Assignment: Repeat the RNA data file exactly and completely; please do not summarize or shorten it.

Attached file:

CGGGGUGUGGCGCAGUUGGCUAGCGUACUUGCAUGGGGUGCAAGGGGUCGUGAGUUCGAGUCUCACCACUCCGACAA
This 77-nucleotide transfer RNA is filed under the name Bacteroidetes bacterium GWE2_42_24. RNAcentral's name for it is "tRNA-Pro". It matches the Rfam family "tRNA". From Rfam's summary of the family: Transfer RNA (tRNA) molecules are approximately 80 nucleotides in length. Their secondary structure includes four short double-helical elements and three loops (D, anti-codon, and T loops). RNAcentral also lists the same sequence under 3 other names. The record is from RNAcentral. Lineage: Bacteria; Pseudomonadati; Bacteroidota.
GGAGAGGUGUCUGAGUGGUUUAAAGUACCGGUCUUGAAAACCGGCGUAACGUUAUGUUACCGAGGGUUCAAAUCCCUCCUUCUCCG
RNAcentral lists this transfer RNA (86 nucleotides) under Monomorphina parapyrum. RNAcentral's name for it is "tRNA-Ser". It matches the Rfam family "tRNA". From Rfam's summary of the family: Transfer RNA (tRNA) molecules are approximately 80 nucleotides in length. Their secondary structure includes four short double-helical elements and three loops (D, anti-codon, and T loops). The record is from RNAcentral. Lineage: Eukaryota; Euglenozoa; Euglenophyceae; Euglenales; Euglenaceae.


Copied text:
CGGGGUGUGGCGCAGUUGGCUAGCGUACUUGCAUGGGGUGCAAGGGGUCGUGAGUUCGAGUCUCACCACUCCGACAA
This 77-nucleotide transfer RNA is filed under the name Bacteroidetes bacterium GWE2_42_24. RNAcentral's name for it is "tRNA-Pro". It matches the Rfam family "tRNA". From Rfam's summary of the family: Transfer RNA (tRNA) molecules are approximately 80 nucleotides in length. Their secondary structure includes four short double-helical elements and three loops (D, anti-codon, and T loops). RNAcentral also lists the same sequence under 3 other names. The record is from RNAcentral. Lineage: Bacteria; Pseudomonadati; Bacteroidota.
GGAGAGGUGUCUGAGUGGUUUAAAGUACCGGUCUUGAAAACCGGCGUAACGUUAUGUUACCGAGGGUUCAAAUCCCUCCUUCUCCG
RNAcentral lists this transfer RNA (86 nucleotides) under Monomorphina parapyrum. RNAcentral's name for it is "tRNA-Ser". It matches the Rfam family "tRNA". From Rfam's summary of the family: Transfer RNA (tRNA) molecules are approximately 80 nucleotides in length. Their secondary structure includes four short double-helical elements and three loops (D, anti-codon, and T loops). The record is from RNAcentral. Lineage: Eukaryota; Euglenozoa; Euglenophyceae; Euglenales; Euglenaceae.